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Changes sought to facilitate municipality conversion

Interior Secretary Ronaldo V. Puno is pushing for a review of the Local Government Code, particularly the internal revenue allotment (IRA) provision, to facilitate the conversion of towns to chartered cities.

Mr. Puno said the upgrading of towns to cities have an impact on revenues of other local government units (LGU) as many would share the IRA.

"I think this requires Congress to revisit the Local Government Code and reapportion the sharing of revenues, particularly the shares of towns, provinces and cities. This is the main contention of existing cities against municipalities that want to convert into cities," Mr. Puno said in a press conference here last week.

He cited the case of Rizal, his family’s home province in Luzon. When Antipolo became a city, its income ballooned to P350 million in 1998 from P125 million. Antipolo now earns P1.07 billion a year against the provincial budget of P1 billion. The province effectively lost 20% of its share from national taxes after Antipolo became a city.

"There are no available resources for LGUs affected by upgrading of towns. This needs legislative review but it would take time," he said.

Mr. Puno said the territory and population of an LGU should be given equal weight with that of annual income requirement when considering the conversion of towns into cities.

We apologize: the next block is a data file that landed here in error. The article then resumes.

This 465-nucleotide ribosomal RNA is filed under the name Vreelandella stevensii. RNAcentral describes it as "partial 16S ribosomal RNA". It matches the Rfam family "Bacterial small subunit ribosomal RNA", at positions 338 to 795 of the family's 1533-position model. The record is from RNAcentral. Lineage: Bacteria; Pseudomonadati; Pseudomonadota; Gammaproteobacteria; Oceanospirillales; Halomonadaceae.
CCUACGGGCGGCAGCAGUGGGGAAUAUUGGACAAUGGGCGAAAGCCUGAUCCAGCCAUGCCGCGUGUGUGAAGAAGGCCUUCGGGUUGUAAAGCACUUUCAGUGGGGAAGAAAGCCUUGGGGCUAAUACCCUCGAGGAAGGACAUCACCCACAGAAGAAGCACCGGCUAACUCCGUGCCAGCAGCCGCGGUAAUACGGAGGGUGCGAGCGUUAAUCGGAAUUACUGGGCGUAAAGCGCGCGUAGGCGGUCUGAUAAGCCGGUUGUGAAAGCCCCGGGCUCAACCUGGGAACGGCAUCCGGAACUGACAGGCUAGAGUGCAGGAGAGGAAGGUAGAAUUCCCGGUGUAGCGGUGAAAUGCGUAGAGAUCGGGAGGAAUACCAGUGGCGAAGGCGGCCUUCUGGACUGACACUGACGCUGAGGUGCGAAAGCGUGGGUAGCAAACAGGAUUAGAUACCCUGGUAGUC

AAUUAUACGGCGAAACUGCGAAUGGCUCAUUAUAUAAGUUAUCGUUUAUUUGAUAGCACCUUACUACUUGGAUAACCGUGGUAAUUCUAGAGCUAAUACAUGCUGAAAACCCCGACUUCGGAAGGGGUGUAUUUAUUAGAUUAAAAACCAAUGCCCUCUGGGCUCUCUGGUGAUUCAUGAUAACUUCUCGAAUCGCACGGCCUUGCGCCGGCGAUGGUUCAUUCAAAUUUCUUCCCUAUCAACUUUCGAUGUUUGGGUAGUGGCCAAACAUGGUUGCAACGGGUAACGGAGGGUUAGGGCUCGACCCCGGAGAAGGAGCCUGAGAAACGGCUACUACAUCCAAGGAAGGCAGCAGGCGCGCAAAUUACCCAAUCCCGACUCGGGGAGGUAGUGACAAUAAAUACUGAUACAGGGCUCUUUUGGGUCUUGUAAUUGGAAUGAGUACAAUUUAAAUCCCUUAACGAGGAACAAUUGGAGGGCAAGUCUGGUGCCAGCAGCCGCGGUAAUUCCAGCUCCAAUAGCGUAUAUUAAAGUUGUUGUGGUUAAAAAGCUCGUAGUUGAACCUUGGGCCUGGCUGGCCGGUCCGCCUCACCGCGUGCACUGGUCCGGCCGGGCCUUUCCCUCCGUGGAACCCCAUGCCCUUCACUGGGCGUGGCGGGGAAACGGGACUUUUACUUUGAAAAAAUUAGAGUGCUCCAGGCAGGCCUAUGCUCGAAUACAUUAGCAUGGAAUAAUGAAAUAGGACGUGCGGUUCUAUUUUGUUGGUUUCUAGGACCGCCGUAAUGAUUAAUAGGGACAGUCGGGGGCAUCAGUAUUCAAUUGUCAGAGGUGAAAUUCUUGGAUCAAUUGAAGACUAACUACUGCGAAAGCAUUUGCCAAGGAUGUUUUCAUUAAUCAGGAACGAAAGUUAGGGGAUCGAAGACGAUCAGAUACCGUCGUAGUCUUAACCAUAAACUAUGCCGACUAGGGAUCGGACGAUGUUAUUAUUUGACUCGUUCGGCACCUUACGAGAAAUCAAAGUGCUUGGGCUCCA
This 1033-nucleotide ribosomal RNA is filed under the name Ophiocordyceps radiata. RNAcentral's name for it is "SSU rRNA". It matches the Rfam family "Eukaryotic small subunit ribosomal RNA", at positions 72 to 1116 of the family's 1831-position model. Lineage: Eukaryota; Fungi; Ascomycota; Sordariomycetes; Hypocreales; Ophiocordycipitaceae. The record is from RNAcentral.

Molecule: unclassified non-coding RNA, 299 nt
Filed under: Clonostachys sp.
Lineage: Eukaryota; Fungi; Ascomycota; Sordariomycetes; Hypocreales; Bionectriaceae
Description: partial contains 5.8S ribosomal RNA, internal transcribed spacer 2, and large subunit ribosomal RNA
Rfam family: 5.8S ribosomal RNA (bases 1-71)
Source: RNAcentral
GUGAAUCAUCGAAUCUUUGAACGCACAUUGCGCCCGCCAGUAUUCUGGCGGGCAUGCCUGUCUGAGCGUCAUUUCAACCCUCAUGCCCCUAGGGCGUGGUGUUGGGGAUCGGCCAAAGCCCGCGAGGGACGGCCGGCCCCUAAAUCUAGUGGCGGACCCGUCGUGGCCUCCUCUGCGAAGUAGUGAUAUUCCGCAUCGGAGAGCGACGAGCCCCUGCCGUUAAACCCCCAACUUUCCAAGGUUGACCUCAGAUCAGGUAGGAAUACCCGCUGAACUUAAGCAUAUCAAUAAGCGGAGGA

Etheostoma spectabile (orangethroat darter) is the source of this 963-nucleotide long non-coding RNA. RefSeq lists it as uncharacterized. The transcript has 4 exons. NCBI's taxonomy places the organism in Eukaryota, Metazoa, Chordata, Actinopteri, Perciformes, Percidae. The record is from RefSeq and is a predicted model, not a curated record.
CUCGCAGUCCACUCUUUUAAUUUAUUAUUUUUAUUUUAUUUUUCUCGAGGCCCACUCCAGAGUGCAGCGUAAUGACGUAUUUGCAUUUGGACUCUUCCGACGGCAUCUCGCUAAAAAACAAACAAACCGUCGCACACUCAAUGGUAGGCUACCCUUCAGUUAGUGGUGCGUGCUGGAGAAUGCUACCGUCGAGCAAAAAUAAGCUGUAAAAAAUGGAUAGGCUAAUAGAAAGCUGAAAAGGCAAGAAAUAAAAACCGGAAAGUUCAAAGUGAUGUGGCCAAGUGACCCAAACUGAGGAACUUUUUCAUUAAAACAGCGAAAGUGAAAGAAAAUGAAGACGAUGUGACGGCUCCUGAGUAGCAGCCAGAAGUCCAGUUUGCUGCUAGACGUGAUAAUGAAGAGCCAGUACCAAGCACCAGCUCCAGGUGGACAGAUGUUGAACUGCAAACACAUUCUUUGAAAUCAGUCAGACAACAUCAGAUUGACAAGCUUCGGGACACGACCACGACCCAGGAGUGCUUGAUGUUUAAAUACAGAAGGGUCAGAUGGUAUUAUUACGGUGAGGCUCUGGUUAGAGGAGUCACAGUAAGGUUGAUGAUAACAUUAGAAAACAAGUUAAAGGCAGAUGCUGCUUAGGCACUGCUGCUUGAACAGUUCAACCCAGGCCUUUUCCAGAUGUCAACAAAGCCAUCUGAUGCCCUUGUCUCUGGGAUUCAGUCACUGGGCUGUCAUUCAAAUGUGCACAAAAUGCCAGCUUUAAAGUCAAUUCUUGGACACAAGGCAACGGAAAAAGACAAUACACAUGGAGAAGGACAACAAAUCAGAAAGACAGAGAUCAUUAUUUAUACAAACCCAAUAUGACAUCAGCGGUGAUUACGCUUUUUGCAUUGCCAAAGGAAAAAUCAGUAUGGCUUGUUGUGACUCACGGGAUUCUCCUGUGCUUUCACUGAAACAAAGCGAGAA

He cited Makati "which has P10 billion in revenues but its land area is nowhere half of Basilan."

The League of Cities of the Philippines, a group of cities, is waging another lobby against House Bill 6303, which seeks to amend Section 450 of Republic Act 7160 (Local Government Code of 1991) in the income requirement of municipalities that seek city-hood conversion.

The bill, authored by Leyte Rep. Carmen L. Cari (5th district), wants to exempt from the income requirement municipalities that sought to be converted into cities under bills filed before June 30, 2001.

Municipalities whose city-hood charters have been enacted into law will also be exempted from the income requirement

The 16 towns, which had been converted to cities but reverted to towns, had sought exemption from the income requirements in city-hood laws passed last year.

They have annual locally generated incomes ranging from P62 million to P82 million.

The Supreme Court junked the city-hood status of 16 municipalities as it violated the Constitution’s equal protection clause on fair and just distribution of national taxes to local government units.

The 16 towns are Baybay in Leyte province; Bogo in Cebu; Catbalogan in Samar; Tandag in Surigao del Sur; Borongan in Eastern Samar; Tayabas in Quezon; Lamitan in Basilan; Tabuk in Kalinga; Bayugan in Agusan del Sur; Batac in Ilocos Norte; Mati in Davao Oriental; Guihulngan in Negros Oriental; Cabadbaran in Agusan Del Norte; Carcar in Cebu; El Salvador in Misamis Oriental; and Naga in Cebu. — Francis Allan L. Angelo, Business World

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